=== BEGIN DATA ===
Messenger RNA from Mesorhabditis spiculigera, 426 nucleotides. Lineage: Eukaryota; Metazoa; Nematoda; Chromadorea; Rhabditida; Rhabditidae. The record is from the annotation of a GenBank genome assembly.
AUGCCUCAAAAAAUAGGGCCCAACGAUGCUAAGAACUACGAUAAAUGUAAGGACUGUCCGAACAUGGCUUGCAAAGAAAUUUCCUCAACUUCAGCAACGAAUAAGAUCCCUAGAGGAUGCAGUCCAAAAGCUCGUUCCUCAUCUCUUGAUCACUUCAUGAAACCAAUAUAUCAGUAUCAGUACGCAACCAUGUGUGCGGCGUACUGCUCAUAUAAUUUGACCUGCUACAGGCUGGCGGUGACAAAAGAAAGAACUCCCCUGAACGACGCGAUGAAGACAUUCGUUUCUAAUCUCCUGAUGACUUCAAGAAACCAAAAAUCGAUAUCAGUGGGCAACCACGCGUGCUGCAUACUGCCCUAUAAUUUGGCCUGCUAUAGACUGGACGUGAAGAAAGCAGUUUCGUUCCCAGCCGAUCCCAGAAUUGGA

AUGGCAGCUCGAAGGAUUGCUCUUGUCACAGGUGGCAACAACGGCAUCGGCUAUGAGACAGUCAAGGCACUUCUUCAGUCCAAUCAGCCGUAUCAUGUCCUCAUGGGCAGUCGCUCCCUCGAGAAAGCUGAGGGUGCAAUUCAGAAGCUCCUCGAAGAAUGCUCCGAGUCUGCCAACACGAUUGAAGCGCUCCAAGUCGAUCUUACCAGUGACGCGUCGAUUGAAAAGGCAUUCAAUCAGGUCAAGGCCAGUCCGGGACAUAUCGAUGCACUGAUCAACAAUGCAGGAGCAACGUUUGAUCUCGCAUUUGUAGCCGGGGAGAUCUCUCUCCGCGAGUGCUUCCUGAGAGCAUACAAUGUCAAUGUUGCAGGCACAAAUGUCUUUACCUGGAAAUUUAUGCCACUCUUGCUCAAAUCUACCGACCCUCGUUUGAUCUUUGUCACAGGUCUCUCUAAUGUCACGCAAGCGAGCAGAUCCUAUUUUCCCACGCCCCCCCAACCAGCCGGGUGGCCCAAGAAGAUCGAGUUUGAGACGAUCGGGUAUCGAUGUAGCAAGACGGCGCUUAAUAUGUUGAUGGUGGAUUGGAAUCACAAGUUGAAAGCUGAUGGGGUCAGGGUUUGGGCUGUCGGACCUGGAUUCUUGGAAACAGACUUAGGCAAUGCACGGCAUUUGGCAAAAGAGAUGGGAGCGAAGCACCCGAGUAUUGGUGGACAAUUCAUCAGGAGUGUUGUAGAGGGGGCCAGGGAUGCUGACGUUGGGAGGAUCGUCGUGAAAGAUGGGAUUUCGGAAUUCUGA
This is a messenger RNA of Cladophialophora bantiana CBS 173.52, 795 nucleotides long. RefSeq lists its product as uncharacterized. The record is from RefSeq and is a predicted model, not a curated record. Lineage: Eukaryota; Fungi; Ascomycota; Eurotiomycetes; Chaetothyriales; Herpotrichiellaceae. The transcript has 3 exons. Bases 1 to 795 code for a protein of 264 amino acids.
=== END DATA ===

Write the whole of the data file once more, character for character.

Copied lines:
Messenger RNA from Mesorhabditis spiculigera, 426 nucleotides. Lineage: Eukaryota; Metazoa; Nematoda; Chromadorea; Rhabditida; Rhabditidae. The record is from the annotation of a GenBank genome assembly.
AUGCCUCAAAAAAUAGGGCCCAACGAUGCUAAGAACUACGAUAAAUGUAAGGACUGUCCGAACAUGGCUUGCAAAGAAAUUUCCUCAACUUCAGCAACGAAUAAGAUCCCUAGAGGAUGCAGUCCAAAAGCUCGUUCCUCAUCUCUUGAUCACUUCAUGAAACCAAUAUAUCAGUAUCAGUACGCAACCAUGUGUGCGGCGUACUGCUCAUAUAAUUUGACCUGCUACAGGCUGGCGGUGACAAAAGAAAGAACUCCCCUGAACGACGCGAUGAAGACAUUCGUUUCUAAUCUCCUGAUGACUUCAAGAAACCAAAAAUCGAUAUCAGUGGGCAACCACGCGUGCUGCAUACUGCCCUAUAAUUUGGCCUGCUAUAGACUGGACGUGAAGAAAGCAGUUUCGUUCCCAGCCGAUCCCAGAAUUGGA

AUGGCAGCUCGAAGGAUUGCUCUUGUCACAGGUGGCAACAACGGCAUCGGCUAUGAGACAGUCAAGGCACUUCUUCAGUCCAAUCAGCCGUAUCAUGUCCUCAUGGGCAGUCGCUCCCUCGAGAAAGCUGAGGGUGCAAUUCAGAAGCUCCUCGAAGAAUGCUCCGAGUCUGCCAACACGAUUGAAGCGCUCCAAGUCGAUCUUACCAGUGACGCGUCGAUUGAAAAGGCAUUCAAUCAGGUCAAGGCCAGUCCGGGACAUAUCGAUGCACUGAUCAACAAUGCAGGAGCAACGUUUGAUCUCGCAUUUGUAGCCGGGGAGAUCUCUCUCCGCGAGUGCUUCCUGAGAGCAUACAAUGUCAAUGUUGCAGGCACAAAUGUCUUUACCUGGAAAUUUAUGCCACUCUUGCUCAAAUCUACCGACCCUCGUUUGAUCUUUGUCACAGGUCUCUCUAAUGUCACGCAAGCGAGCAGAUCCUAUUUUCCCACGCCCCCCCAACCAGCCGGGUGGCCCAAGAAGAUCGAGUUUGAGACGAUCGGGUAUCGAUGUAGCAAGACGGCGCUUAAUAUGUUGAUGGUGGAUUGGAAUCACAAGUUGAAAGCUGAUGGGGUCAGGGUUUGGGCUGUCGGACCUGGAUUCUUGGAAACAGACUUAGGCAAUGCACGGCAUUUGGCAAAAGAGAUGGGAGCGAAGCACCCGAGUAUUGGUGGACAAUUCAUCAGGAGUGUUGUAGAGGGGGCCAGGGAUGCUGACGUUGGGAGGAUCGUCGUGAAAGAUGGGAUUUCGGAAUUCUGA
This is a messenger RNA of Cladophialophora bantiana CBS 173.52, 795 nucleotides long. RefSeq lists its product as uncharacterized. The record is from RefSeq and is a predicted model, not a curated record. Lineage: Eukaryota; Fungi; Ascomycota; Eurotiomycetes; Chaetothyriales; Herpotrichiellaceae. The transcript has 3 exons. Bases 1 to 795 code for a protein of 264 amino acids.